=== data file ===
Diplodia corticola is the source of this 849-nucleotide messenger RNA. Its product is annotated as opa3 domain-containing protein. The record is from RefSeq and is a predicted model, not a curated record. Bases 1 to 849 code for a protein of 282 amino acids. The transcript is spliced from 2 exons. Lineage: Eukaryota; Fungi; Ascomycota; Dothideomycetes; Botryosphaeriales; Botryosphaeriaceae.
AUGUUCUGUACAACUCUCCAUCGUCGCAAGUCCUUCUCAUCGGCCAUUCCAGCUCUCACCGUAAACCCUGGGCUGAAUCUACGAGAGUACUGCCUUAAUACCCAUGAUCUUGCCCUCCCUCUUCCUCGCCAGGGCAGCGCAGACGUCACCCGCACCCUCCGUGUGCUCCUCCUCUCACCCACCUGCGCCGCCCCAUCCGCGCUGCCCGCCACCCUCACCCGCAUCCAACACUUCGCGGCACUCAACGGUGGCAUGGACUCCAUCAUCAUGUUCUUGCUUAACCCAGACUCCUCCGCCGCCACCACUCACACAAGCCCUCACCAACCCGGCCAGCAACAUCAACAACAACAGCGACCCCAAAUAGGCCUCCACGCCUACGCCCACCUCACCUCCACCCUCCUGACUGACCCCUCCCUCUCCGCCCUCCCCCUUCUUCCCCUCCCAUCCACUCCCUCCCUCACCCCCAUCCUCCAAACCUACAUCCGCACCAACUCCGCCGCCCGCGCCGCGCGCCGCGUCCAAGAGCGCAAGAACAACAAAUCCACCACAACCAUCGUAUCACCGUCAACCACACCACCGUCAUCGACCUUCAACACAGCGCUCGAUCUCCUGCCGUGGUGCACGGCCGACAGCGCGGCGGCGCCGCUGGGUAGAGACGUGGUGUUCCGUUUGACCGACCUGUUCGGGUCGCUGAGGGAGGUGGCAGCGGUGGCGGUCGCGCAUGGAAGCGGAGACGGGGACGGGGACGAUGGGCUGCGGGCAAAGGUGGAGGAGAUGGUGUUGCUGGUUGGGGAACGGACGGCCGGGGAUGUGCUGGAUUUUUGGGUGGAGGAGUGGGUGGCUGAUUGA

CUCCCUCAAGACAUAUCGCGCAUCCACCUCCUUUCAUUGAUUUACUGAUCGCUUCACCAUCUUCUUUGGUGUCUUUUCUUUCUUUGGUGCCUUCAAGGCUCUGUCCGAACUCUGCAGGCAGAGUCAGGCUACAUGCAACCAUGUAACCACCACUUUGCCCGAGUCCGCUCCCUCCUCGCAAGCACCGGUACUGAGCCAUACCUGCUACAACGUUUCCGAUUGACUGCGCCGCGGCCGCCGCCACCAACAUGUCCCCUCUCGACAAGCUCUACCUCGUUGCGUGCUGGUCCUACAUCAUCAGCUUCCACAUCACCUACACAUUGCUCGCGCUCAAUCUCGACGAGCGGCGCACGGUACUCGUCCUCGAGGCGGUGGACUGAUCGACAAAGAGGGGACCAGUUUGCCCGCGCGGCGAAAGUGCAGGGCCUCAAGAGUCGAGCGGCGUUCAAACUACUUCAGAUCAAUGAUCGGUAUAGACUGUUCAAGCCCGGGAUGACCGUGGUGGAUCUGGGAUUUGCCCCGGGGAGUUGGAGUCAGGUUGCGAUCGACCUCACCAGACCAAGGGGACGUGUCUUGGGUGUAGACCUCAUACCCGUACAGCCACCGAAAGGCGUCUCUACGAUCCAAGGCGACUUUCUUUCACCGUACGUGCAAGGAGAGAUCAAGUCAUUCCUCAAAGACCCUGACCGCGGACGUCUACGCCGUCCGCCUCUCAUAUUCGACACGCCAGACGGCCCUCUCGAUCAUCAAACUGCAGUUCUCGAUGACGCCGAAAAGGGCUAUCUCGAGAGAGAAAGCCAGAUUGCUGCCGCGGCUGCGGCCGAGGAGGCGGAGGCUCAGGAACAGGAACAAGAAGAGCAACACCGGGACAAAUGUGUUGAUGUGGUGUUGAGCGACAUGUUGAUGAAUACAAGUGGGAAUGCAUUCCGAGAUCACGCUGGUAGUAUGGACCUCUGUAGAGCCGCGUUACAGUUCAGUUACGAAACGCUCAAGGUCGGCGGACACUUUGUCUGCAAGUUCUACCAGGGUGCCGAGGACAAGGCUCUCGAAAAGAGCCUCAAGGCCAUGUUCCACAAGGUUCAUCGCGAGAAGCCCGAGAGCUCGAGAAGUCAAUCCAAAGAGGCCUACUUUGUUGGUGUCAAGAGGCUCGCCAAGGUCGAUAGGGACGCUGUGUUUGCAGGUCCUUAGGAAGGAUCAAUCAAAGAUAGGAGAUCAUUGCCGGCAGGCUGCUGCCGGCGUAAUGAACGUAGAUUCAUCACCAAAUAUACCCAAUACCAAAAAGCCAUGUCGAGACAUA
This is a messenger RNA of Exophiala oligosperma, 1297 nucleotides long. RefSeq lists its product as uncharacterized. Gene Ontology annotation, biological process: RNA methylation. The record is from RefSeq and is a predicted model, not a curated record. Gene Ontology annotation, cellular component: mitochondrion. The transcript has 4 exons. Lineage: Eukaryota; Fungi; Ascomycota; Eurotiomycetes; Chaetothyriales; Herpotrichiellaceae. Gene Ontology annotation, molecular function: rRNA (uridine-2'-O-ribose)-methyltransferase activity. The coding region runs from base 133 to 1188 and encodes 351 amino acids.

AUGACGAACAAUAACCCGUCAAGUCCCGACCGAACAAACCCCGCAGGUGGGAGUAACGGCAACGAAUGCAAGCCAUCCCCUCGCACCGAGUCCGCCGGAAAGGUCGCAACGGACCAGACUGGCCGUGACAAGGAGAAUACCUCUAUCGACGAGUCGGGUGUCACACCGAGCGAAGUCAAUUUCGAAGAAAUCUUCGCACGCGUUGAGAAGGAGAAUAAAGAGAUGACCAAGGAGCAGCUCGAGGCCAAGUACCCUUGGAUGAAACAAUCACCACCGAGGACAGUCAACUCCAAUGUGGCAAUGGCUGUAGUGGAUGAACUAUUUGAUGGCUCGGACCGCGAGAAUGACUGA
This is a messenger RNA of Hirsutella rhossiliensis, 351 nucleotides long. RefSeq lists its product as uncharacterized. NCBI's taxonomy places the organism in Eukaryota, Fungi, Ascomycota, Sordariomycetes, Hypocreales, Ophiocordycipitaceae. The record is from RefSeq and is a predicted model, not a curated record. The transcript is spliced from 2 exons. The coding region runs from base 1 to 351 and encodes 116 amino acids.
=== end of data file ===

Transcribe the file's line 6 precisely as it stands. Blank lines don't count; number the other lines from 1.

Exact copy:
This is a messenger RNA of Hirsutella rhossiliensis, 351 nucleotides long. RefSeq lists its product as uncharacterized. NCBI's taxonomy places the organism in Eukaryota, Fungi, Ascomycota, Sordariomycetes, Hypocreales, Ophiocordycipitaceae. The record is from RefSeq and is a predicted model, not a curated record. The transcript is spliced from 2 exons. The coding region runs from base 1 to 351 and encodes 116 amino acids.